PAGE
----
Tragically for her, she doesn’t have a fucking clue what it is she does want.
AND, she hates rejection.
Lucky for Athena, I think I have some insight into not just what she wants, but what she needs:
1) Athena craves safety. Not run of the mill physical safety, no. Athena craves a certain kind of psychic safety that she attains with a variety of strategies. Most often, she attains it by hiding behind a performative front that renders her more tender inner parts completely inaccessible. When she performs in this way, no one, nothing, can touch her. She’s invulnerable, because her interlocutors can’t even see her. What’s more, like a student who takes solace in the B she gets without trying (and in the A she imagines she would get were she to try, without testing that particular hypothesis), Athena risks little when acting. She can’t be rejected, because she isn’t even, really, on offer.
2) Athena pursues safety in other ways: she is, as I’ve written, extremely beautiful. Her looks are a blessing and a curse. She doesn’t have the prospect of invisibility in a crowd that most of us do. This affords her a certain luxurious power, in which she delights – and from which she finds it difficult to escape. She doesn’t often experience longing, pining, the aching desire that serves as bittersweet fuel for so many, so much of the time. Rather, she plays defense, fending off suitor after suitor, letting the occasional lucky fellow through (if not, fully, in). I have the image of a goalie in hockey: she wears enormous padding, and stands stolidly before the net, batting away shot after shot and, every once in a while, one gets through, she lets one through. But when one gets through, my metaphor suggests (and I wonder if this might have some truth), it gets through either by mistake or because she simply is too tired to stop it. The metaphor breaks down here, a little. But only a little. Like a good goalie, she never leaves her post, never goes on offense, never risks, let alone scores, her own goal.
Athena longs to take off her padding, to skate down the ice, to pick her shot, and slap the puck into the net of the goal down at the far side of the rink.
3) I mentioned that Athena is performative. Like many actors, she loves her work. It doesn’t make her miserable (in fact, she enjoys it) to put on a pretty face and play the character she plays most (all?) the time. It does, though, make her tired. Athena craves rest. She finds it unexpectedly satisfying to spend long periods of time alone, dressed in ridiculous slippers, in sweats, away from those she spends so much time and energy seducing with her not-quite-effortless, but continual, show.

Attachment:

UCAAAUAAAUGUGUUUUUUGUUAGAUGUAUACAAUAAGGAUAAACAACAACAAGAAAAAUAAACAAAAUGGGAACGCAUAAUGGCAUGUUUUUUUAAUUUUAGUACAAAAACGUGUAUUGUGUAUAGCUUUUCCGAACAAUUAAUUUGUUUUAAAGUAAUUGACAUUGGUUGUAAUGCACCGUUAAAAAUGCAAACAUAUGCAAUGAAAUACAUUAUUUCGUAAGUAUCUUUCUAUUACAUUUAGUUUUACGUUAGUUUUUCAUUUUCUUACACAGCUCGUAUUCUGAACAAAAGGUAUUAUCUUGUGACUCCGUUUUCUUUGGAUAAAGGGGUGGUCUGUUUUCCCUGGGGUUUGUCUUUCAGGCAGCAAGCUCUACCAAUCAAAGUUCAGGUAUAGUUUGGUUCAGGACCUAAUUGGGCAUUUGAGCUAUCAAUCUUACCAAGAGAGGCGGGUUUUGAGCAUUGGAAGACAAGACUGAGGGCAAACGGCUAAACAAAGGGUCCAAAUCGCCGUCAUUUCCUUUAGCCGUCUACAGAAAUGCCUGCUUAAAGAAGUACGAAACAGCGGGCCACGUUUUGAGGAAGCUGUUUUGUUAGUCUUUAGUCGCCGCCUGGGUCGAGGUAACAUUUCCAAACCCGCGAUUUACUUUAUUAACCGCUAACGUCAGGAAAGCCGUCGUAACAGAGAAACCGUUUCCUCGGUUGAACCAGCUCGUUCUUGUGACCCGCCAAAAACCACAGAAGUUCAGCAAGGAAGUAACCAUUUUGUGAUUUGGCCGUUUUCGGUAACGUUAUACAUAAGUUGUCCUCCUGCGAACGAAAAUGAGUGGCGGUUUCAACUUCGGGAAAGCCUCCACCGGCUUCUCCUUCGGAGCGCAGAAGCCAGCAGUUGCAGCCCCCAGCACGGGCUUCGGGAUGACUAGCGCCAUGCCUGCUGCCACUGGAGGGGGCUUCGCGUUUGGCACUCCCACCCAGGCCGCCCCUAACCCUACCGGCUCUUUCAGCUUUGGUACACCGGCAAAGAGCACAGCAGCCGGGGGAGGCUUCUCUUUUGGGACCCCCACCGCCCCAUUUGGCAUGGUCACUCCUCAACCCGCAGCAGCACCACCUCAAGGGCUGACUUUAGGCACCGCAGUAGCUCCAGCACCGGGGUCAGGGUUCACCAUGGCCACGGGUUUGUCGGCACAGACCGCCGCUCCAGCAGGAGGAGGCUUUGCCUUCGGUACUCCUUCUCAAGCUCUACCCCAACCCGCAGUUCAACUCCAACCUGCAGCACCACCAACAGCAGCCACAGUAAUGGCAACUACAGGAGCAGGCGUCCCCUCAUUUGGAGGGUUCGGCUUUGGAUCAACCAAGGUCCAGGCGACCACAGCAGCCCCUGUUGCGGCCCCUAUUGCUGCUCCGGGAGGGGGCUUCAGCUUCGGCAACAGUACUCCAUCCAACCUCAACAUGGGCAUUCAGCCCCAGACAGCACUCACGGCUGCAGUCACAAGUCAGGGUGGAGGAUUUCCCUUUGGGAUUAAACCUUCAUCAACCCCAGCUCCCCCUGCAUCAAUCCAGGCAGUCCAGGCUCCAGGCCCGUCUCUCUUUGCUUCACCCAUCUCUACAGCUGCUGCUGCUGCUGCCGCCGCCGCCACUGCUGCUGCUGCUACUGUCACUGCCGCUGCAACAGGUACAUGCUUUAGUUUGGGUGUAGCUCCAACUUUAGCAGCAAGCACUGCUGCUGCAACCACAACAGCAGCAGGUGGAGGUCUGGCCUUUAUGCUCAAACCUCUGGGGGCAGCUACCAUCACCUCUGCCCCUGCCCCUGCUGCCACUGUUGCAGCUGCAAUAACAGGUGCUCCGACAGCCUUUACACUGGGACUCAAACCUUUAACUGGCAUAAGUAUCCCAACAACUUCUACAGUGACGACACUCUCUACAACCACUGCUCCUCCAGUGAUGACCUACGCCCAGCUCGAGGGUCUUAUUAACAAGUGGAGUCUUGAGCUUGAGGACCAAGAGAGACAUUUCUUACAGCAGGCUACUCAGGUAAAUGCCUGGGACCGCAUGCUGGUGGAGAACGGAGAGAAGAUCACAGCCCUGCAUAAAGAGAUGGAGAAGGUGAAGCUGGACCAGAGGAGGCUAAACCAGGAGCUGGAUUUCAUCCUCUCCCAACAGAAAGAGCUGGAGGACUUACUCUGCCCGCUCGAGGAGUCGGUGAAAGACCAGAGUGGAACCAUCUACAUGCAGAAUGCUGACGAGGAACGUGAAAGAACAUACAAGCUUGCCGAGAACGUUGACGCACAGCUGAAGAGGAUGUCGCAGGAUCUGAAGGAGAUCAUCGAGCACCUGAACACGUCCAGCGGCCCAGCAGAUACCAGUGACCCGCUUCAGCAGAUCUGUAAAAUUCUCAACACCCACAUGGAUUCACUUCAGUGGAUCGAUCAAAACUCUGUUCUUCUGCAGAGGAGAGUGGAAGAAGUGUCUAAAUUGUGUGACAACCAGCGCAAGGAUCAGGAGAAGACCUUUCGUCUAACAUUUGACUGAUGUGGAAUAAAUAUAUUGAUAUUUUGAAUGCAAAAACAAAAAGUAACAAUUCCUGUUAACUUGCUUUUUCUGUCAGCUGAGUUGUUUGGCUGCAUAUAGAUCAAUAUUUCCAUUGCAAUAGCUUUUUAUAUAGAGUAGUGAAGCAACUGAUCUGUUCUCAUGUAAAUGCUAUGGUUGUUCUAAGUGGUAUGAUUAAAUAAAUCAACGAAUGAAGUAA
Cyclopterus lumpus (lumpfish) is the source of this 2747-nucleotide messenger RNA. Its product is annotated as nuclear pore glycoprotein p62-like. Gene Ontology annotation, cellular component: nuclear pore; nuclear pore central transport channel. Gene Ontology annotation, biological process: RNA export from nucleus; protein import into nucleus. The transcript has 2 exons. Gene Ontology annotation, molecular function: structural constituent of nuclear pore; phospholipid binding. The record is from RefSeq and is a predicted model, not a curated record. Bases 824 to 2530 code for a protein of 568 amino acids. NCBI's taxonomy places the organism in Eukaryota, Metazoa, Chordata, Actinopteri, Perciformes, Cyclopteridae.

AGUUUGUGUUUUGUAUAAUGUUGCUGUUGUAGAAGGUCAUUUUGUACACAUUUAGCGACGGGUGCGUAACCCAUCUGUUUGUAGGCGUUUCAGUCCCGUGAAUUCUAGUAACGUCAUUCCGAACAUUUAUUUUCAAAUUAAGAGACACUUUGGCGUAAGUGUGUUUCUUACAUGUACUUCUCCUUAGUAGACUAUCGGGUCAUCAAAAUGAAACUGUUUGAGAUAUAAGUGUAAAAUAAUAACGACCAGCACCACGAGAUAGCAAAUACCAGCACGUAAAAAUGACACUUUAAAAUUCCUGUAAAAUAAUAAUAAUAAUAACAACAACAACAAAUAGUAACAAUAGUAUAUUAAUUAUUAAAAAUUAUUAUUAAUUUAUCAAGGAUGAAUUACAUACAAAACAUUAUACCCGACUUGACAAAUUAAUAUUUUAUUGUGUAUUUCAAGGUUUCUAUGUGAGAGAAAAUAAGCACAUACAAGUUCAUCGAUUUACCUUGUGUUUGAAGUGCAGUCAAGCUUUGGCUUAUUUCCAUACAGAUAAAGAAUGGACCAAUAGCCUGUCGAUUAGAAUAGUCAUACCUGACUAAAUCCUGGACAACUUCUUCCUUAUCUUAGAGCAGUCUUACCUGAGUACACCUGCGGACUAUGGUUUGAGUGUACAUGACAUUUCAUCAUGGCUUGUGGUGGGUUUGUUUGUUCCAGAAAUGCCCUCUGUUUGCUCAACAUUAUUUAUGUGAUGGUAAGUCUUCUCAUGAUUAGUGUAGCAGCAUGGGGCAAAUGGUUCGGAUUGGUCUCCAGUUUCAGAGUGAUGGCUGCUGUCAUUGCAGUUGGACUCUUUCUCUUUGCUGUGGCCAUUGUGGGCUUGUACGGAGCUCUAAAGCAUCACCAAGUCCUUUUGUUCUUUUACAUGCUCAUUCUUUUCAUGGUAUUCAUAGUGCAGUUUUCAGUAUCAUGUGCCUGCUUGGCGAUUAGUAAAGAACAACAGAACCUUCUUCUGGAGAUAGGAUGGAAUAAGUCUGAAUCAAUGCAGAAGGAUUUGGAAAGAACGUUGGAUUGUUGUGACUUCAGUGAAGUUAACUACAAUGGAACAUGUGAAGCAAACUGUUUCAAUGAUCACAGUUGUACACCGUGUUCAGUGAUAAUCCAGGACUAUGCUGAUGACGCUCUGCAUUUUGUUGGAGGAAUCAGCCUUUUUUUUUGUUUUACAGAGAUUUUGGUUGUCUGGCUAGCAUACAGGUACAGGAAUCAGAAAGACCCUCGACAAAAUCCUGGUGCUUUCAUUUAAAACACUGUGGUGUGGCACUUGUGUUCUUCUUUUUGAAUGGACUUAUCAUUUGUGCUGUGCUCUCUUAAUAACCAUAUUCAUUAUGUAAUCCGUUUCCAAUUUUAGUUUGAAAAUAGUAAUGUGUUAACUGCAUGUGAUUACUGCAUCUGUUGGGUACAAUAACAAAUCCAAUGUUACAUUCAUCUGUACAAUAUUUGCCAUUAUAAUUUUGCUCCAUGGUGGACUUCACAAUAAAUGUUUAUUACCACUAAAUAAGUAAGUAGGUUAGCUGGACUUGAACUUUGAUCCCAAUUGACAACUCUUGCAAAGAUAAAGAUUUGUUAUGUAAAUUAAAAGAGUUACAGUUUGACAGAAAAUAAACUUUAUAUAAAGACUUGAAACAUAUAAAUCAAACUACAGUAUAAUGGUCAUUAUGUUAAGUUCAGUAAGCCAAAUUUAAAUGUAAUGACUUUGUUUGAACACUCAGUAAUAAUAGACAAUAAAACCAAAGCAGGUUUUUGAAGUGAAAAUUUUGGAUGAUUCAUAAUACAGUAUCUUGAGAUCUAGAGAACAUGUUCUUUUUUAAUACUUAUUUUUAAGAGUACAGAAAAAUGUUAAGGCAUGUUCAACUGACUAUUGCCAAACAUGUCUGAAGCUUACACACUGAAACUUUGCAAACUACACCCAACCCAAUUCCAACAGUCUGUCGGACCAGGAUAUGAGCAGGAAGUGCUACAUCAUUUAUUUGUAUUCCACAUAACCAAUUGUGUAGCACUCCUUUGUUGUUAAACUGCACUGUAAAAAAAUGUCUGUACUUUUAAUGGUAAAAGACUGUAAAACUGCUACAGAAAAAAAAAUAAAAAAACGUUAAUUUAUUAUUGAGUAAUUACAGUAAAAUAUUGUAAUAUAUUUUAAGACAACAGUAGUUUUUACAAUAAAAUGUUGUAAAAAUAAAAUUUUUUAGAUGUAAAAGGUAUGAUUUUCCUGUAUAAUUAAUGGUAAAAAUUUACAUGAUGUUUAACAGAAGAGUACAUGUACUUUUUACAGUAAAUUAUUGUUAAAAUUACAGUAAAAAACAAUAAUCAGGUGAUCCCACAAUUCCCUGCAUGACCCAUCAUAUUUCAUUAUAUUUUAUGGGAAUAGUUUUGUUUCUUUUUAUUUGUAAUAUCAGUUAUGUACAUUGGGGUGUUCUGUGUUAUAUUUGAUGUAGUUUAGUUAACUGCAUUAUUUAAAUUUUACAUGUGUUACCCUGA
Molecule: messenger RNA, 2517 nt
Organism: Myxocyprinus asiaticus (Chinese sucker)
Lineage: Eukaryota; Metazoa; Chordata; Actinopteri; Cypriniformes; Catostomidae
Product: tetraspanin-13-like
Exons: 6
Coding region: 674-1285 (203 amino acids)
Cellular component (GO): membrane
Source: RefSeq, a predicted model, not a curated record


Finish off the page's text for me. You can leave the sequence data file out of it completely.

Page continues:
4) And/but… Athena craves the fuel provided in social interactions. As beautiful as she is, as smart, as funny, as interesting as she may be, she lacks confidence in any of this, and she needs fairly steady reassurance. Left to her own devices, the flame of self-esteem lowers a bit. It doesn’t flicker. It doesn’t go out. But the heat it emits diminishes, Athena shivers a bit. And soon enough, she ventures forth into the world to collect some more kindling, to feed the flame, to warm her hands.
5) The rest she craves extends, as I’ve written, to the sexual realm. For Athena, the second half of the Oscar Wilde quote rings especially true: everything is about sex except sex; sex is about power. Sex is a realm in which Athena exerts her power to gain the fuel of reassurance, of self-esteem. The pleasure available to many of us in sex is secondary or tertiary to her. Maybe she enjoys the sex itself as a sensual endeavor, maybe not. In either case, it’s hardly the point. Here is where Athena’s cluelessness reaches its apex. I’ve written before about the longing I imagine she feels simply to let go, to allow herself not just to remove the padding and leave the goalie’s net, but to strip all the way down to be finally, fully, nude, exposed, and to be the puck, an object with no volition, subject simply to the forces, violent and tender, to which she might be subjected. Again, this metaphor works too hard, breaks down. Because for Athena to let go, truly, to allow herself the freedom of being, truly, an object, she needs a tender safety unavailable on a rink, in a contest.
She needs to know in her bones that she is safe, and that feeling, that confidence, has, thus far, eluded her. And it’s what she craves most of all. Not so much safety as the confident, relaxed, easeful certainty of safety.